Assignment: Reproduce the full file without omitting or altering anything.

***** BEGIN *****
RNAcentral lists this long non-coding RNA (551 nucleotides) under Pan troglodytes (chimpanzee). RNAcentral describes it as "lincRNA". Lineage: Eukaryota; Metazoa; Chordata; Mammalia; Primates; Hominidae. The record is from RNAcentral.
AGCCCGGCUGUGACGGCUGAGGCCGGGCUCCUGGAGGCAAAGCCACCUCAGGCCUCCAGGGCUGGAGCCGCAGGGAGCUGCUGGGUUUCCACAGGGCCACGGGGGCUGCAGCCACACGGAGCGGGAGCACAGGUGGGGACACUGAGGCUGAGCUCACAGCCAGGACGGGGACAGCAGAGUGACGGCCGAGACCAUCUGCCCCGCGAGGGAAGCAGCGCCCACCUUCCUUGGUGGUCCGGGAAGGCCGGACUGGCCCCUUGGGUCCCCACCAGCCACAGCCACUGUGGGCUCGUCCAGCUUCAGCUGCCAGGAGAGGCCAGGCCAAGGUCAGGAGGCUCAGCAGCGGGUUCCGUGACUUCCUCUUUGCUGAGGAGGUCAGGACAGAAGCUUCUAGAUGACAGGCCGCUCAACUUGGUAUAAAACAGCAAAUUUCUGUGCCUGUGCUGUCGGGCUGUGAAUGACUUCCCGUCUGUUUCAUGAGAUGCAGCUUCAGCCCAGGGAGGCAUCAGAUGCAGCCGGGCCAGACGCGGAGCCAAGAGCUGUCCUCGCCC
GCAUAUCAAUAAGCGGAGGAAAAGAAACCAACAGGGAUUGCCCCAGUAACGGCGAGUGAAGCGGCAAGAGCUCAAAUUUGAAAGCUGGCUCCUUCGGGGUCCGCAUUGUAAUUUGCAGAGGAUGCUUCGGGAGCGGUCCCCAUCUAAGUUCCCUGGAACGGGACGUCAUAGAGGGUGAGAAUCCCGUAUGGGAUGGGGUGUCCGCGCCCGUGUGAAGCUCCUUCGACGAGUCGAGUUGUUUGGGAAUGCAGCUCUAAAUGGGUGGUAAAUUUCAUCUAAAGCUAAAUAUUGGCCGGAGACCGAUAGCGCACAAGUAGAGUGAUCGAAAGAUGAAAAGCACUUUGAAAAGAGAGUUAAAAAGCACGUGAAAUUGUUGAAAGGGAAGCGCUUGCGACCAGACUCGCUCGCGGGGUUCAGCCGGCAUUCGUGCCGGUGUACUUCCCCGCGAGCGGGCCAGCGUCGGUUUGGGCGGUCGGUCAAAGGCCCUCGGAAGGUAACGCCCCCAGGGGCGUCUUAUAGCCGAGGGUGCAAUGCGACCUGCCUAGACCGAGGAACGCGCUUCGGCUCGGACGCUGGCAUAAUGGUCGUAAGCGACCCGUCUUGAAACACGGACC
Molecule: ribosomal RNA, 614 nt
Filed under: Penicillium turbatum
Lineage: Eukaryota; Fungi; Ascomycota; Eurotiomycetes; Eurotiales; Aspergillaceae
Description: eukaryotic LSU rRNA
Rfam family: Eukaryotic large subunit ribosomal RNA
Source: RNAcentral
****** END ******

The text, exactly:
RNAcentral lists this long non-coding RNA (551 nucleotides) under Pan troglodytes (chimpanzee). RNAcentral describes it as "lincRNA". Lineage: Eukaryota; Metazoa; Chordata; Mammalia; Primates; Hominidae. The record is from RNAcentral.
AGCCCGGCUGUGACGGCUGAGGCCGGGCUCCUGGAGGCAAAGCCACCUCAGGCCUCCAGGGCUGGAGCCGCAGGGAGCUGCUGGGUUUCCACAGGGCCACGGGGGCUGCAGCCACACGGAGCGGGAGCACAGGUGGGGACACUGAGGCUGAGCUCACAGCCAGGACGGGGACAGCAGAGUGACGGCCGAGACCAUCUGCCCCGCGAGGGAAGCAGCGCCCACCUUCCUUGGUGGUCCGGGAAGGCCGGACUGGCCCCUUGGGUCCCCACCAGCCACAGCCACUGUGGGCUCGUCCAGCUUCAGCUGCCAGGAGAGGCCAGGCCAAGGUCAGGAGGCUCAGCAGCGGGUUCCGUGACUUCCUCUUUGCUGAGGAGGUCAGGACAGAAGCUUCUAGAUGACAGGCCGCUCAACUUGGUAUAAAACAGCAAAUUUCUGUGCCUGUGCUGUCGGGCUGUGAAUGACUUCCCGUCUGUUUCAUGAGAUGCAGCUUCAGCCCAGGGAGGCAUCAGAUGCAGCCGGGCCAGACGCGGAGCCAAGAGCUGUCCUCGCCC
GCAUAUCAAUAAGCGGAGGAAAAGAAACCAACAGGGAUUGCCCCAGUAACGGCGAGUGAAGCGGCAAGAGCUCAAAUUUGAAAGCUGGCUCCUUCGGGGUCCGCAUUGUAAUUUGCAGAGGAUGCUUCGGGAGCGGUCCCCAUCUAAGUUCCCUGGAACGGGACGUCAUAGAGGGUGAGAAUCCCGUAUGGGAUGGGGUGUCCGCGCCCGUGUGAAGCUCCUUCGACGAGUCGAGUUGUUUGGGAAUGCAGCUCUAAAUGGGUGGUAAAUUUCAUCUAAAGCUAAAUAUUGGCCGGAGACCGAUAGCGCACAAGUAGAGUGAUCGAAAGAUGAAAAGCACUUUGAAAAGAGAGUUAAAAAGCACGUGAAAUUGUUGAAAGGGAAGCGCUUGCGACCAGACUCGCUCGCGGGGUUCAGCCGGCAUUCGUGCCGGUGUACUUCCCCGCGAGCGGGCCAGCGUCGGUUUGGGCGGUCGGUCAAAGGCCCUCGGAAGGUAACGCCCCCAGGGGCGUCUUAUAGCCGAGGGUGCAAUGCGACCUGCCUAGACCGAGGAACGCGCUUCGGCUCGGACGCUGGCAUAAUGGUCGUAAGCGACCCGUCUUGAAACACGGACC
Molecule: ribosomal RNA, 614 nt
Filed under: Penicillium turbatum
Lineage: Eukaryota; Fungi; Ascomycota; Eurotiomycetes; Eurotiales; Aspergillaceae
Description: eukaryotic LSU rRNA
Rfam family: Eukaryotic large subunit ribosomal RNA
Source: RNAcentral